While some thought he looked dashing and celebrity-like, others felt that he had crossed the gender line and asked him to “man up” and “act like a man.” A man’s face should not be caked in so much lipstick, concealer and foundation, the critics argued.
“We do it for work,” Edu defended himself. Looking awesome on stage or the red carpet is part of his job and makeup makes this possible, so it comes with the territory, he reasons.
Former Tusker Project Fame contestant Hemedi Suleiman also says that much as some people can’t wrap their heads around men dolling themselves up, for him and other men in showbiz, makeup is inevitable
“I am a star and I am supposed to live like a star,” he said, noting that he wears makeup to distinguish his appearances while at home and at work. He “Beauty products are not meant for women only,” he said.
While men in entertainment and other show businesses use moisturisers, concealers and lipstick to clean out flaws and get ready for the big stage, men outside showbiz are also increasingly tapping into makeup’s enhancing powers.
As gender norms change, men’s attitudes towards beauty are evolving considerably, with more men routinely going to spas and having beauty treatments such as manicures, pedicures and facial scrubs.
The social stigma associated with men paying too much attention to their looks is ebbing away.
Social media has made everyone image-conscious. In this narcissistic world, we are seeing more men gawking at their phones from behind layers of makeup, thus blurring traditional gender boundaries.
More men want to put their best faces forward; hence the dull looks are giving way to radiant visages. Instagram, Facebook and Twitter timelines are teeming with polished male faces and it is not just fuelled by Photoshop.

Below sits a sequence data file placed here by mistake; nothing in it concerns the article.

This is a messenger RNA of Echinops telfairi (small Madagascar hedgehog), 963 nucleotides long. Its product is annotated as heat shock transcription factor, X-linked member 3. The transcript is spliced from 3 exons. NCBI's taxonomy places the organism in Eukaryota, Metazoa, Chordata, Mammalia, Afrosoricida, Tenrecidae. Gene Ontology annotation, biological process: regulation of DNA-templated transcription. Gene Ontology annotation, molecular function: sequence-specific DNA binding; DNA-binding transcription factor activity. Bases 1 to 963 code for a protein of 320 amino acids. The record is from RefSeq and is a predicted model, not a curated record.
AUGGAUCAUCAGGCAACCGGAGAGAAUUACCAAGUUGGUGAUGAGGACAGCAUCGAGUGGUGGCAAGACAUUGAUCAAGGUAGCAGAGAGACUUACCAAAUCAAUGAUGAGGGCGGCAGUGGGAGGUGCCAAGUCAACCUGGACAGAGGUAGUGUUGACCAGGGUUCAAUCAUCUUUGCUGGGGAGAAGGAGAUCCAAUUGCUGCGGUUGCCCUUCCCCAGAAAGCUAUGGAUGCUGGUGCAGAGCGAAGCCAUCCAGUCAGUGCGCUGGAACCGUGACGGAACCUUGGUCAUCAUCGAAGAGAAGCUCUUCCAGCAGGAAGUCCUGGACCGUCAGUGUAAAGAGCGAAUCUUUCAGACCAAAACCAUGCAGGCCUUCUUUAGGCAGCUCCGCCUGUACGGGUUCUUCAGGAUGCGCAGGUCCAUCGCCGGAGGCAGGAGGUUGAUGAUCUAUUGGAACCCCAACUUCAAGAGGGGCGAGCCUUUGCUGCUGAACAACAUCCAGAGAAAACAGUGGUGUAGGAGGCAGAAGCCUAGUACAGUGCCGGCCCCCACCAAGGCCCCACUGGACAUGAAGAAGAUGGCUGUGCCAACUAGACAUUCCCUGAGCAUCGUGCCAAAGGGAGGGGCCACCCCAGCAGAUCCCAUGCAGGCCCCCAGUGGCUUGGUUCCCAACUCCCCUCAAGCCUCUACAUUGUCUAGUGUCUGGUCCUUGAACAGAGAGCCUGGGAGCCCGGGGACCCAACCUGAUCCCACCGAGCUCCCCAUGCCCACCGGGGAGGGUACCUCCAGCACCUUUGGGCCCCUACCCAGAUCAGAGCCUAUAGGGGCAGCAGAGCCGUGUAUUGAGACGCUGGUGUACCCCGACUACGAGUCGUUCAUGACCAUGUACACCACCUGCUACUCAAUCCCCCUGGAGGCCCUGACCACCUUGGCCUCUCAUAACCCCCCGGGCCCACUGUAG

The days when men would just roll out of bed, hop into the shower, and be out the door in no time are gone or going, depending on where or who you are. More men are giving the average female a run for her money in the makeup world.
The makeup placebo effect, wherein you feel more confident just for having taken time to take care of yourself, is spreading like wildfire in the male world.
Besides buying their regular cologne and shaving cream, more men are also stocking their bathroom cabinets with hair gels, foundation for men, anti-ageing creams, dark spot correctors, lip balms and face scrubs.
These trend-obsessed and freethinking men who are moisturising, shading, penciling and wearing other forms of makeup. This breaking of gender rules is a challenge to gender stereotypes and promotes the fluidity of beauty ideals.
In this emerging gender-neutral world, male-centric beauty products addressing concerns such as acne, wrinkles, and dry skin are burgeoning alongside androgynous and unisex products.
But Kenyan men are only playing catch-up. Globally, men’s grooming is a multi-billion dollar industry. For men all over the world, makeup is all about boosting self-confidence and feeding the desire to feel more attractive, more successful, and, increasingly, more youthful.
In the coming years, women will no longer control the four-fifths share of global cosmetics sales for which they currently account.